Southwest Pulls 737 MAX Flights Through Holiday Season, Will End Operations in Newark

Ahead of its second quarter earnings call Thursday, Southwest Airlines announced it will pull all Boeing 737 MAX flights through January 5, 2020, making it the first air carrier to cancel flights during the busy upcoming holiday season.

The Dallas-based company said the plane's grounding has also led to their decision to end all operations at Newark Liberty Airport this fall.

Southwest Airlines has more MAX jets in its fleet than any other airline.

Since the planes were first grounded in March over concerns about a software system linked to two deadly crashes, Southwest has been forced to cancel hundreds of flights daily. 

"We have had preliminary discussions with Boeing regarding compensation for damages due to the MAX groundings," Southwest CEO Gary Kelly said in a statement. "We have not reached any conclusions regarding these matters, and no amounts from Boeing have been included in our second quarter results."[[513201211,C]]

Boeing has indicated it hopes to have the planes re-certified by the end of 2019.

Southwest says it will likely take an additional two months to put the planes back in service, noting their pilots will have complete new training.

"With this in mind, we will proactively extend the MAX-related flight scheduled adjustments through January 5, 2020, to provide reliability of our operation and dependability for our Customers booking their fall and holiday travel," said Kelly.

In looking at the financial impacts of the MAX grounding and the company's future business goals, Southwest announced it will end all operations at Newark on November 3 -- and redirect resources to New York LaGuardia.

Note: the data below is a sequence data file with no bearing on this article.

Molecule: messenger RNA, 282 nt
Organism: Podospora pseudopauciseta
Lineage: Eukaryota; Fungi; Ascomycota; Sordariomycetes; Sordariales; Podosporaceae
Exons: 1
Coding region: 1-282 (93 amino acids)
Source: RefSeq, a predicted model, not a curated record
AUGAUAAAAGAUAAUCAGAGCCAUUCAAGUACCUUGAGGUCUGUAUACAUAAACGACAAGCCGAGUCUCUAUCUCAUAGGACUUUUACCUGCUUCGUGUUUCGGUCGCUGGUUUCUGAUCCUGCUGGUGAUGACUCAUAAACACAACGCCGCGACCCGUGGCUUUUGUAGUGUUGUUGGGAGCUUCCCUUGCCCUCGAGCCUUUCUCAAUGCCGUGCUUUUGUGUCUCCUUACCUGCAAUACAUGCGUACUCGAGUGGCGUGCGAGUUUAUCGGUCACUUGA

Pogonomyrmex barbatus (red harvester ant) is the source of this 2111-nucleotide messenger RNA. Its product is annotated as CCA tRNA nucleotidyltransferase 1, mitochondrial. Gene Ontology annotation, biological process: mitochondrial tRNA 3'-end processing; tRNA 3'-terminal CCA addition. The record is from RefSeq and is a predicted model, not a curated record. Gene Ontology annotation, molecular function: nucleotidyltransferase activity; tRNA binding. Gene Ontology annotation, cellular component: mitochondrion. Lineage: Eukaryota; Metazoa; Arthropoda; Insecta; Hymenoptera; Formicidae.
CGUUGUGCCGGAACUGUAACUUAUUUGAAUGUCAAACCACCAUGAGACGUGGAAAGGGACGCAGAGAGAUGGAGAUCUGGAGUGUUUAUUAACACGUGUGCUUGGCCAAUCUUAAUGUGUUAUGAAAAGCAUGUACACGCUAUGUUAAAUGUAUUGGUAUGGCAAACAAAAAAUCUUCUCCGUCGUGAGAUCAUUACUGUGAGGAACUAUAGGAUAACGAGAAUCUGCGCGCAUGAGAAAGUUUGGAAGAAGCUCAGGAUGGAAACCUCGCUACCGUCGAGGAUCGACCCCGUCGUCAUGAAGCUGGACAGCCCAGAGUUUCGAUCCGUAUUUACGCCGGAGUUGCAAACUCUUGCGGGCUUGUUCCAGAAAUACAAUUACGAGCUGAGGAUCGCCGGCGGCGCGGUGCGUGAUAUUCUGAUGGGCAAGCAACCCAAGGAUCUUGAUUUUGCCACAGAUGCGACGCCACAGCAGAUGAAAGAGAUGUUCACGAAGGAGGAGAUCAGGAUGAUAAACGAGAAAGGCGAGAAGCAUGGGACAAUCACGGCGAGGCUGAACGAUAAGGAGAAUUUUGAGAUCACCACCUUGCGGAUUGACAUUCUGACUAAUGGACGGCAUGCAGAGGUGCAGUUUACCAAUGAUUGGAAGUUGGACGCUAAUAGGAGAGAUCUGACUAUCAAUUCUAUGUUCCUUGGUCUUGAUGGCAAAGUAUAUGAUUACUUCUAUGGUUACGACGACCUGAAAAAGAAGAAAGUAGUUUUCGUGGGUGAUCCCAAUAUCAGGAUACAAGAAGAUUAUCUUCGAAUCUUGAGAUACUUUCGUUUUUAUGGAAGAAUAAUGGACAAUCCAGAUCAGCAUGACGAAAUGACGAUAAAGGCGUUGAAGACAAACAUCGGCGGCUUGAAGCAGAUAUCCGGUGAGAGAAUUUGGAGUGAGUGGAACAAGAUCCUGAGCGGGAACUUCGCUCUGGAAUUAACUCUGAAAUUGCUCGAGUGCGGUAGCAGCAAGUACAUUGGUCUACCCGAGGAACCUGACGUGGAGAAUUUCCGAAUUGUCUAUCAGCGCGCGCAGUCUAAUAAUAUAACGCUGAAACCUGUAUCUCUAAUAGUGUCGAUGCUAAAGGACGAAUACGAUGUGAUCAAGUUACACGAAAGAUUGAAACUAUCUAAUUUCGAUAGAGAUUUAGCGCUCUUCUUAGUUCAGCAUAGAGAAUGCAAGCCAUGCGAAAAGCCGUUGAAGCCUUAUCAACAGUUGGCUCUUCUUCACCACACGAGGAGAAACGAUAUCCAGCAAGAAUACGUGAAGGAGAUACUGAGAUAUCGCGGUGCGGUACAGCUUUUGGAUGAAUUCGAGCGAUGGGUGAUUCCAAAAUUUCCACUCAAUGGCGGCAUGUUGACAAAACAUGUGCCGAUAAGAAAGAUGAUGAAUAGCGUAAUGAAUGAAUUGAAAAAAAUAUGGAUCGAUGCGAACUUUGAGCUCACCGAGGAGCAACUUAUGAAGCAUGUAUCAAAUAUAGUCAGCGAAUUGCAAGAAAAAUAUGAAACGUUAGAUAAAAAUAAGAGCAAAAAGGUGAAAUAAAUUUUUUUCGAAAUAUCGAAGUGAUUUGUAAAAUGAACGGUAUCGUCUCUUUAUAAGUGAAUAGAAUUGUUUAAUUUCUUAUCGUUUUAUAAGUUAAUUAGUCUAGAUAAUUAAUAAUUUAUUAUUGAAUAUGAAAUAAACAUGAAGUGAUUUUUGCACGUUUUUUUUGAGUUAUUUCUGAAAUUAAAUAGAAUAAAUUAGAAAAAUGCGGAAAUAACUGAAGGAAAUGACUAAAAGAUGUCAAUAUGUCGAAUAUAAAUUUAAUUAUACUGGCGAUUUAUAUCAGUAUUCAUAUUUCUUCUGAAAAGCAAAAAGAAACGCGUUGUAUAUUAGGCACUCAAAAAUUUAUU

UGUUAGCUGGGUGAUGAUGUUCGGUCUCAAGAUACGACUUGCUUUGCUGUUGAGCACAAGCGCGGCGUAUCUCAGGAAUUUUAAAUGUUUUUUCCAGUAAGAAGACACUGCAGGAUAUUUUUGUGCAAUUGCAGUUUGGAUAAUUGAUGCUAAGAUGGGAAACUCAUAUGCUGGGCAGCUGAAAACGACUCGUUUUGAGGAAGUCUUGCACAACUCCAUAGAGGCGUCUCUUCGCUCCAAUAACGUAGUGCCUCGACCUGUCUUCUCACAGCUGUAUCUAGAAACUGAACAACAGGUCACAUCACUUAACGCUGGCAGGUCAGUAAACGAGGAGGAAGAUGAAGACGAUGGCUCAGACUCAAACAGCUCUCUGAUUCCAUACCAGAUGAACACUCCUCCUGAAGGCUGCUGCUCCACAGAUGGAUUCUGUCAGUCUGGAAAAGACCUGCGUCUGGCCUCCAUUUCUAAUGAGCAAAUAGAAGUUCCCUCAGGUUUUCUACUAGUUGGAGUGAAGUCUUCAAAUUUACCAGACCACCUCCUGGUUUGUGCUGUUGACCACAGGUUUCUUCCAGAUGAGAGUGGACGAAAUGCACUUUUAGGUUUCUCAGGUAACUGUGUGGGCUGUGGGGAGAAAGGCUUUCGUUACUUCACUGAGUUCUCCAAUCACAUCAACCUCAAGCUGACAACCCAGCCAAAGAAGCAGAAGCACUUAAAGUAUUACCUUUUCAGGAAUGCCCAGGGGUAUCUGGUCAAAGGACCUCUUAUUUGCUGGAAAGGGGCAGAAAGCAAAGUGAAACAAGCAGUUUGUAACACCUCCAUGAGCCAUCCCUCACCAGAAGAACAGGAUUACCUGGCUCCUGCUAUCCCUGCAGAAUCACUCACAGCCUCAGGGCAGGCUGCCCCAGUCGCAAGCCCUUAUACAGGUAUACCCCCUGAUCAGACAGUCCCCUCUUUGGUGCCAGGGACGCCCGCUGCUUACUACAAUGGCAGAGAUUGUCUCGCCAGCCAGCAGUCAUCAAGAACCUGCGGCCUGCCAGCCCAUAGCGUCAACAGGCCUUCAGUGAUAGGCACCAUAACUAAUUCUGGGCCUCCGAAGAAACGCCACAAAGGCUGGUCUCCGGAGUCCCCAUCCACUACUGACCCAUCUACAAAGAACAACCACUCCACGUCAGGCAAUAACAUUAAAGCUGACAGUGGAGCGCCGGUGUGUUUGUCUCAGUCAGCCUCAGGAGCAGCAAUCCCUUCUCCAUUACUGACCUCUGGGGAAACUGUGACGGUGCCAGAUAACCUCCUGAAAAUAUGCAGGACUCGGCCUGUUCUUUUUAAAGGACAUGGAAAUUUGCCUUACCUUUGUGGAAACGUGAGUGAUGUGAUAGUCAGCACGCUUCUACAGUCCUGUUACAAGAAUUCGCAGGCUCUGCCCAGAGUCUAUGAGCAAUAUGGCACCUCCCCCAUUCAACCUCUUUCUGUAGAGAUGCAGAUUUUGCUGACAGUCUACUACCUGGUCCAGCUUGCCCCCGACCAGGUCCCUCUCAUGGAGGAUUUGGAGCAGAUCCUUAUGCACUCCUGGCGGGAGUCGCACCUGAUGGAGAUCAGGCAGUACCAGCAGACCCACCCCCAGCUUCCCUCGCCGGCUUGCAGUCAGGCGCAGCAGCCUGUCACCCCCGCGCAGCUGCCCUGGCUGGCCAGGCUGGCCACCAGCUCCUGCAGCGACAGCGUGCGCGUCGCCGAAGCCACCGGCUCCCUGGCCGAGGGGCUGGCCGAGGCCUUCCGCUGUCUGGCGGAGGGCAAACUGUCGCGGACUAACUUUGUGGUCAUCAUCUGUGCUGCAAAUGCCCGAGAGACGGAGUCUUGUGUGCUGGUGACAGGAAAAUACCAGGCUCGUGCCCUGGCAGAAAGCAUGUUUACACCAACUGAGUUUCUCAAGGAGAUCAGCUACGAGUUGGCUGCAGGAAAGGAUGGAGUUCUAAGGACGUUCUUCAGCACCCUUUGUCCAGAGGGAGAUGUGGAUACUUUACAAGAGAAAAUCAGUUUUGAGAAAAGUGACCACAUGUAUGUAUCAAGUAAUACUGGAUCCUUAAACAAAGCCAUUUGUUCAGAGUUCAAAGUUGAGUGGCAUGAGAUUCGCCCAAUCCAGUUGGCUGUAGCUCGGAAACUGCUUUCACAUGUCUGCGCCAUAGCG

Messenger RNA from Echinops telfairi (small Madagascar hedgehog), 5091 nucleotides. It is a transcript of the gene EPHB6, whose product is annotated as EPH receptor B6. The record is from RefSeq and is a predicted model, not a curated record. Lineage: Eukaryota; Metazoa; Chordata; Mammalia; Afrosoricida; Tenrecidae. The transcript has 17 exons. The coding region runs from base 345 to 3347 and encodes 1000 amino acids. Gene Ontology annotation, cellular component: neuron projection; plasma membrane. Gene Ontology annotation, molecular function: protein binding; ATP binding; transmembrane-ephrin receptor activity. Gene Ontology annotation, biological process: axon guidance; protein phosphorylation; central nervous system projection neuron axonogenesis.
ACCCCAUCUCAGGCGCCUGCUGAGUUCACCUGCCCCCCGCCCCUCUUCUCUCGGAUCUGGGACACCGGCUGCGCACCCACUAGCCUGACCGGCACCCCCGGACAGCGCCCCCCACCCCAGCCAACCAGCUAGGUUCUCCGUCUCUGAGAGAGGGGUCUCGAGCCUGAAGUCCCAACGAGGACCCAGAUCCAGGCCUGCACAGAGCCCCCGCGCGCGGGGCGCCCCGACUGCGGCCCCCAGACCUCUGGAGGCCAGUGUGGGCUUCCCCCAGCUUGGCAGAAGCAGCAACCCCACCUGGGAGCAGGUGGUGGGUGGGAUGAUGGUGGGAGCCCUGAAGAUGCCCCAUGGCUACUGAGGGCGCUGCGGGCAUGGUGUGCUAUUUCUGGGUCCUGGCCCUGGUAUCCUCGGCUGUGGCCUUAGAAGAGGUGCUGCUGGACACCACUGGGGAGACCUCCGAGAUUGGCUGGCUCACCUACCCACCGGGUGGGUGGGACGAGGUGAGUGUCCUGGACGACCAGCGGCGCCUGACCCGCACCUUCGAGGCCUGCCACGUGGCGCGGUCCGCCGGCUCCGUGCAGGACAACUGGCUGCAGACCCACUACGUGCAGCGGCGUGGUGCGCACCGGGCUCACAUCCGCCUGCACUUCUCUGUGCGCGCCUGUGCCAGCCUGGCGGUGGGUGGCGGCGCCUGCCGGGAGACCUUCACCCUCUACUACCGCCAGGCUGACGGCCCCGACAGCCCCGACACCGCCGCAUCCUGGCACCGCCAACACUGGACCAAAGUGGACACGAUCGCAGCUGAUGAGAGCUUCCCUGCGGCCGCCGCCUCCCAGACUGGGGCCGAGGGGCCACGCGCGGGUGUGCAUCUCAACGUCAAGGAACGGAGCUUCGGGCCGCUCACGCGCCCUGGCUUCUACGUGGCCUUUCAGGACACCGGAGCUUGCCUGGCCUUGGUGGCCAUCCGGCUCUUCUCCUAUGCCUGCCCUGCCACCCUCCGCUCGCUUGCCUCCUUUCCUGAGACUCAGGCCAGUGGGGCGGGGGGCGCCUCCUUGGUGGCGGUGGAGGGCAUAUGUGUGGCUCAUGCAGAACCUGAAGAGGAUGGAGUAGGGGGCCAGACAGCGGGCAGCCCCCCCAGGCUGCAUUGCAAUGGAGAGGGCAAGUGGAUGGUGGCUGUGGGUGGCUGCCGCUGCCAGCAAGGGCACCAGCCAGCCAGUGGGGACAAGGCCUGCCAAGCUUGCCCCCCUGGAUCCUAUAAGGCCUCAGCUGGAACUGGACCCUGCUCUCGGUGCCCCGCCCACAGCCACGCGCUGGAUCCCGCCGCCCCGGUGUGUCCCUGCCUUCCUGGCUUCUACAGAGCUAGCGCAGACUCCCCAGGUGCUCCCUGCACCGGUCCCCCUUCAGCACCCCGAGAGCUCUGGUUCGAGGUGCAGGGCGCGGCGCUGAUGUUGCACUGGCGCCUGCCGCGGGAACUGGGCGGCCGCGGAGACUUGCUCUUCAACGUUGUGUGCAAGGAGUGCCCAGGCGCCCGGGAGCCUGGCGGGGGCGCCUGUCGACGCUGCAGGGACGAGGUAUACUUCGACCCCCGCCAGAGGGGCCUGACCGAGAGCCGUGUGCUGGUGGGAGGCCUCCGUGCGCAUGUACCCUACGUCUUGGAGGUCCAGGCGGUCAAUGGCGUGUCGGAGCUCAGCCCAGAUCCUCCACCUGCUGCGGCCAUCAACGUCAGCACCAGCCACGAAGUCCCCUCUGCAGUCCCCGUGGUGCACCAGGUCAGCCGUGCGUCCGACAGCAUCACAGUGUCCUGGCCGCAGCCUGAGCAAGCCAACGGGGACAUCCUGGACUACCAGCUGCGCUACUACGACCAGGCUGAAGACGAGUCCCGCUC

"The financial results at Newark have been below expectations, despite the efforts of our excellent Team at Newark. I am grateful to our wonderful Newark Employees, who are a top priority, and will be given an opportunity to relocate to another station in our system, including LaGuardia Airport, where we are experiencing strong Customer demand," said Kelly. "As part of this move, we will offer options and flexibility for Customers to recover planned travel from other area airports."

Southwest does not offer direct flights between Dallas Love Field and Newark, so North Texas passengers are unlikely to feel the pain of that decision.

However, experts with travel site Airfarewatchdog.com say Thursday's news could have a ripple effect on holiday airfares.

"With fewer seats available and increased demand over the holidays when fares are already extremely expensive, consumers will certainly feel the sting more so than the summer months," said Tracy Stewart, Content Editor at Airfarewatchdog.com. "If by some miracle the MAX really does return in October as Boeing swears, it's highly unlikely we'll see any significant dip in holiday fares. Though Boeing will most likely foot the bill for any revenue lost by the airlines, they still have a lot of financial catching up to do."

Fort-Worth based American Airlines, which also uses the 737 MAX jet, has only announced cancellations through November 2 to this point.

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